Chemotherapy not only cause of bone thinning in breast cancer survivors

NEWS IN BRIEF — Posted Dec. 15, 2008

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Some anti-cancer drugs result in osteopenia and osteoporosis, but this problem in breast cancer survivors may have multiple triggers, according to a study in the Nov. 20 Journal of Clinical Oncology.

"Doctors evaluating breast cancer patients for possible bone loss should look further than cancer drugs," said Pauline Camacho, MD, lead author and associate professor of endocrinology and metabolism at Loyola University Stritch School of Medicine in Chicago.

Researchers reviewed the records of 238 women referred to the Loyola University Osteoporosis and Metabolic Bone Disease Center from 2000 to 2006. Of this group, 64 had breast cancer. For 78% of them, the bone loss was caused by factors unrelated to the cancer treatment, such as vitamin D deficiency or problems with the parathyroid gland.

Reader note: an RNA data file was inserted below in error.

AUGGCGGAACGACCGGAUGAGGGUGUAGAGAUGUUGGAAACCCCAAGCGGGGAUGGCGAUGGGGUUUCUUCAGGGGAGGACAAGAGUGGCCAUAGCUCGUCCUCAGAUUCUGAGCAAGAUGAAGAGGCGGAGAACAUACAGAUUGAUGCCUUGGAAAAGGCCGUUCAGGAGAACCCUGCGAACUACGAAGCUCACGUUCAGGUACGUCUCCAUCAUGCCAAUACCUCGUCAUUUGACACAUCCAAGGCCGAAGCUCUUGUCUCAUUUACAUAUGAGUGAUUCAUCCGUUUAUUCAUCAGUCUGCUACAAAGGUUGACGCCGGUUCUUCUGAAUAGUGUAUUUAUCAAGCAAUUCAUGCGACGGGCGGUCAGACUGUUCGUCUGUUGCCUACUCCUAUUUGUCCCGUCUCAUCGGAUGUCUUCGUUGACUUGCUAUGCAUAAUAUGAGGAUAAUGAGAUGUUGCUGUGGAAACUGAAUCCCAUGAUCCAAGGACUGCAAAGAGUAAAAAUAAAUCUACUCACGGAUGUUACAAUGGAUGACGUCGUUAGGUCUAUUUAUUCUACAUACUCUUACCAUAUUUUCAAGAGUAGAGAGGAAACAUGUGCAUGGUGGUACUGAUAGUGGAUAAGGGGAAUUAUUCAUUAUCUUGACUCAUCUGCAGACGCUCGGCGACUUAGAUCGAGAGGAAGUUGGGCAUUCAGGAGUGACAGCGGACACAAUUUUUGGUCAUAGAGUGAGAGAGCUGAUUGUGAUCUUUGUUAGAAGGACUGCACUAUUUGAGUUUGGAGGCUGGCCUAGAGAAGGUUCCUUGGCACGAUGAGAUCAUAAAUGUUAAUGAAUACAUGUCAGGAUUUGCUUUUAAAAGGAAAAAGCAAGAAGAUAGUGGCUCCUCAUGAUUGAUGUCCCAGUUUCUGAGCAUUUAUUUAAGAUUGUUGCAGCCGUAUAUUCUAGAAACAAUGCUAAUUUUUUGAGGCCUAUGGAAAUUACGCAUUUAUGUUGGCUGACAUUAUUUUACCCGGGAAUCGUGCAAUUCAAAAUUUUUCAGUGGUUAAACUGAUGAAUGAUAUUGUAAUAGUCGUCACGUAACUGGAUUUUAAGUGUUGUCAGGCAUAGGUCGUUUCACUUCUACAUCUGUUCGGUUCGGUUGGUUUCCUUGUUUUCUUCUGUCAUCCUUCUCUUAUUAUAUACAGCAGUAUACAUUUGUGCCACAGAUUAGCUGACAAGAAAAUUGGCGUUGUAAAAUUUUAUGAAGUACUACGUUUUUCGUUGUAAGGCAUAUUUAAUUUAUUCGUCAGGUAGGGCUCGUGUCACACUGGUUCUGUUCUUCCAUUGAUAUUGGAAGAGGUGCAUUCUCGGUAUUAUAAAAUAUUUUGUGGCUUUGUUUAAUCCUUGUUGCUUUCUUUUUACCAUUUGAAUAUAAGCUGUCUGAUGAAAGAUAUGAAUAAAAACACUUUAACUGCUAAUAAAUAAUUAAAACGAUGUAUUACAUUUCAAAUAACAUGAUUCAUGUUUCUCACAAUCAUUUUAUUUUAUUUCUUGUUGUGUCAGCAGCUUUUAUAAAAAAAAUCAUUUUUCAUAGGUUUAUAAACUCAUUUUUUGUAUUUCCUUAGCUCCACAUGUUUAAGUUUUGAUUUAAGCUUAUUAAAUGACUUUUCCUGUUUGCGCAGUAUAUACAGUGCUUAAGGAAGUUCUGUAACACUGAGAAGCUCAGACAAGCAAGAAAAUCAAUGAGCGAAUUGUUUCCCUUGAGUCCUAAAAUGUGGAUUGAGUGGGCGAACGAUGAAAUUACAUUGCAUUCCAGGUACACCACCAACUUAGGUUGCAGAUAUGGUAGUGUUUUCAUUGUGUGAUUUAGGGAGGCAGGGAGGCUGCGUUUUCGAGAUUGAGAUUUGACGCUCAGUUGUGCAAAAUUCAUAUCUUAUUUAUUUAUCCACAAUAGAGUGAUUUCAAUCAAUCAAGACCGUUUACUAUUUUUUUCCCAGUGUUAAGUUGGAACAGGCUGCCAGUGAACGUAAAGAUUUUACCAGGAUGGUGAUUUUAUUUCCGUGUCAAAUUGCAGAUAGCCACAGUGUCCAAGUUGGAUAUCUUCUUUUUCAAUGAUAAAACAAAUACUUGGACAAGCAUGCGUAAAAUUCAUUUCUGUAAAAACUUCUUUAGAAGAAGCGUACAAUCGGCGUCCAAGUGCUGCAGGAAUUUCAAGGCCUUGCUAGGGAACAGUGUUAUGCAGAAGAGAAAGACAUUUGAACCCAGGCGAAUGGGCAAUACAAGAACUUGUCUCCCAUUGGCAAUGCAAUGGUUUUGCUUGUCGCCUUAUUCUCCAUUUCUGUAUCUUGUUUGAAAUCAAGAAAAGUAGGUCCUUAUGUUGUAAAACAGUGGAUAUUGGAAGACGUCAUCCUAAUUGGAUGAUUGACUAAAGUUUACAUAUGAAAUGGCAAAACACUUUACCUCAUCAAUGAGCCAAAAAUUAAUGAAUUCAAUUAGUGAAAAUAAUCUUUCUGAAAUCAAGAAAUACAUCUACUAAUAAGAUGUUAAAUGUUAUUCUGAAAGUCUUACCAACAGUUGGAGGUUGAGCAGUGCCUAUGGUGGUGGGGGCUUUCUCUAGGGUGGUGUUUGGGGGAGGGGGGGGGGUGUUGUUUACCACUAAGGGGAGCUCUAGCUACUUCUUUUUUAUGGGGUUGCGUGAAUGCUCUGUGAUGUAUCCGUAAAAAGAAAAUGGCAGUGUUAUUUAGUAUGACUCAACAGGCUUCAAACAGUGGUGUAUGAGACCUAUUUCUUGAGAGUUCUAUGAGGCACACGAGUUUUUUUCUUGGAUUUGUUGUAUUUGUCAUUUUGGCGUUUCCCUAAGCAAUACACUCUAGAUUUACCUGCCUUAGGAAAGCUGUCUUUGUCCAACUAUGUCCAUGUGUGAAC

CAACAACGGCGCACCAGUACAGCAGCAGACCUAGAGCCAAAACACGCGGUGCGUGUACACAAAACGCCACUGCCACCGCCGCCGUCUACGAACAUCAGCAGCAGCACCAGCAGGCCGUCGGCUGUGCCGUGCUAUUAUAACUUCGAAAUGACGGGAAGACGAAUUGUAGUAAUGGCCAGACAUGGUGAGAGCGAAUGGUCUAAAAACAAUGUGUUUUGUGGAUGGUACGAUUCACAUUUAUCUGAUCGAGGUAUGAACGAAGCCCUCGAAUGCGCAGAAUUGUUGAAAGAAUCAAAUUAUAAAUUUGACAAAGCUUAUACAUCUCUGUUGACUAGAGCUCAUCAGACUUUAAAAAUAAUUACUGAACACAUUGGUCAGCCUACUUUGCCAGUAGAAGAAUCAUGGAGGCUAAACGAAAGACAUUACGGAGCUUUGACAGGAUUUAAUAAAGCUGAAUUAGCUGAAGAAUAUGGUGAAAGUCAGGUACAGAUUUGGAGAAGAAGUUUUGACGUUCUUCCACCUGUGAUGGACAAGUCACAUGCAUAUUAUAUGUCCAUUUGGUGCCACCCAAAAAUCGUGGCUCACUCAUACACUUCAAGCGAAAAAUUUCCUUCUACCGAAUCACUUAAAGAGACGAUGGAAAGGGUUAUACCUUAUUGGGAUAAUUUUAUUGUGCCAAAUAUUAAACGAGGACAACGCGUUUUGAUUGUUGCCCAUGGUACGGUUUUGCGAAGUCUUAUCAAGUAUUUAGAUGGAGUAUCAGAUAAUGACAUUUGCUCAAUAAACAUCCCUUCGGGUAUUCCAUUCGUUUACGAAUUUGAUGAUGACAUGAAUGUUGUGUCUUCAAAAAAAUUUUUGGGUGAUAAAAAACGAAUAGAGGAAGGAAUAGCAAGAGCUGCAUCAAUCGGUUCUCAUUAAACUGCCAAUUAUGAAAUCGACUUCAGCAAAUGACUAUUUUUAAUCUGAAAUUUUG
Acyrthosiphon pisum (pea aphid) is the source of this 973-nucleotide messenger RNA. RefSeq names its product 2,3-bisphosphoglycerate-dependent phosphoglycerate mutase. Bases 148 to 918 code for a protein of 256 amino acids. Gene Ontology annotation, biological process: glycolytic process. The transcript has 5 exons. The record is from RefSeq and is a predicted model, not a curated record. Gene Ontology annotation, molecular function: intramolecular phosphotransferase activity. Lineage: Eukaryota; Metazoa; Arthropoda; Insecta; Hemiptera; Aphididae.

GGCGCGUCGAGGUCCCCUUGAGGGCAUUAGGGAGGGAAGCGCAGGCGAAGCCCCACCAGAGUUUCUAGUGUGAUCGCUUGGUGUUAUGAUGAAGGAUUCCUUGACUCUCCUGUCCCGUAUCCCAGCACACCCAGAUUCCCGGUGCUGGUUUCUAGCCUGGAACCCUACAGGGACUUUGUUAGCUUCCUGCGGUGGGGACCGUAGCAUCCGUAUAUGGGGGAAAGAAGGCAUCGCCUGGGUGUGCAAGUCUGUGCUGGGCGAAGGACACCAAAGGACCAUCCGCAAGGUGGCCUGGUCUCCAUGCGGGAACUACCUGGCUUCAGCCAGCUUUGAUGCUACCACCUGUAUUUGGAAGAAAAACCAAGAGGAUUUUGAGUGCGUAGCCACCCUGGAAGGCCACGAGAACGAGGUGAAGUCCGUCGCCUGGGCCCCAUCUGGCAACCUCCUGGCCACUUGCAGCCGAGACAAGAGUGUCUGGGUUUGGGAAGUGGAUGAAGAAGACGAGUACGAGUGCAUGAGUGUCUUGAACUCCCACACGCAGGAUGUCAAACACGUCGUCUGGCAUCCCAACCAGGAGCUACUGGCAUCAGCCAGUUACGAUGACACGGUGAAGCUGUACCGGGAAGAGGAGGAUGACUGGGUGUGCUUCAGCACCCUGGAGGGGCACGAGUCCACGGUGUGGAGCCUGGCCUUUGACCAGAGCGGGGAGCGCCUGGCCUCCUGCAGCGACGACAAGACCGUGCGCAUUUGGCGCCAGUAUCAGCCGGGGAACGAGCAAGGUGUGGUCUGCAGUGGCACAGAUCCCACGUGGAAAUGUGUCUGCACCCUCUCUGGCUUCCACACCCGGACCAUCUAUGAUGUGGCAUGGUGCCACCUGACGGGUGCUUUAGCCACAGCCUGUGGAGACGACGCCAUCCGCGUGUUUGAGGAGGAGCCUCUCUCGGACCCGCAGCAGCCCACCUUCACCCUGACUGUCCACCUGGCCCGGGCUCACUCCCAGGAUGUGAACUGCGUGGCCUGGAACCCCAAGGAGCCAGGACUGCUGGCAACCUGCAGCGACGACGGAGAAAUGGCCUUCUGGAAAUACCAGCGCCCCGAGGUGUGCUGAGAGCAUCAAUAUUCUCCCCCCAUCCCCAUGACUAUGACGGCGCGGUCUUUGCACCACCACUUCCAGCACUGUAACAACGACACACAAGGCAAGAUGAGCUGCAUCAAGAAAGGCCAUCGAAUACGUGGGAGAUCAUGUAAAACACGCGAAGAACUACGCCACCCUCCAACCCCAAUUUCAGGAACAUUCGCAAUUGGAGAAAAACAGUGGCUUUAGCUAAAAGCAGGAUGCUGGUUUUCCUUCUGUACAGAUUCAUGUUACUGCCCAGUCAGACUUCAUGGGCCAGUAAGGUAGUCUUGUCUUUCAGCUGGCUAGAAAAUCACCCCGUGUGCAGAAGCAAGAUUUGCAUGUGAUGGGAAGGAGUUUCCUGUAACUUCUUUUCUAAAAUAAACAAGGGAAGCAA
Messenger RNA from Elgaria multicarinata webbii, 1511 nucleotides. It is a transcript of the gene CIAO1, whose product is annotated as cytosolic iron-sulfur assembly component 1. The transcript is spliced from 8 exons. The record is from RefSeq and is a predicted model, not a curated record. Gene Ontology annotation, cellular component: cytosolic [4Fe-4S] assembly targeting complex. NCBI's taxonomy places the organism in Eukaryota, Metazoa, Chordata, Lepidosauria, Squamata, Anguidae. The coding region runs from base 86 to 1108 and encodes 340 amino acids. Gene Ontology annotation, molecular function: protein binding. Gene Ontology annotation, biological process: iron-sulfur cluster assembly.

The authors are advocating that women with breast cancer undergo metabolic bone evaluation, particularly if they are given aromatase inhibitors, which can cause bone loss.

Note: This item originally appeared at

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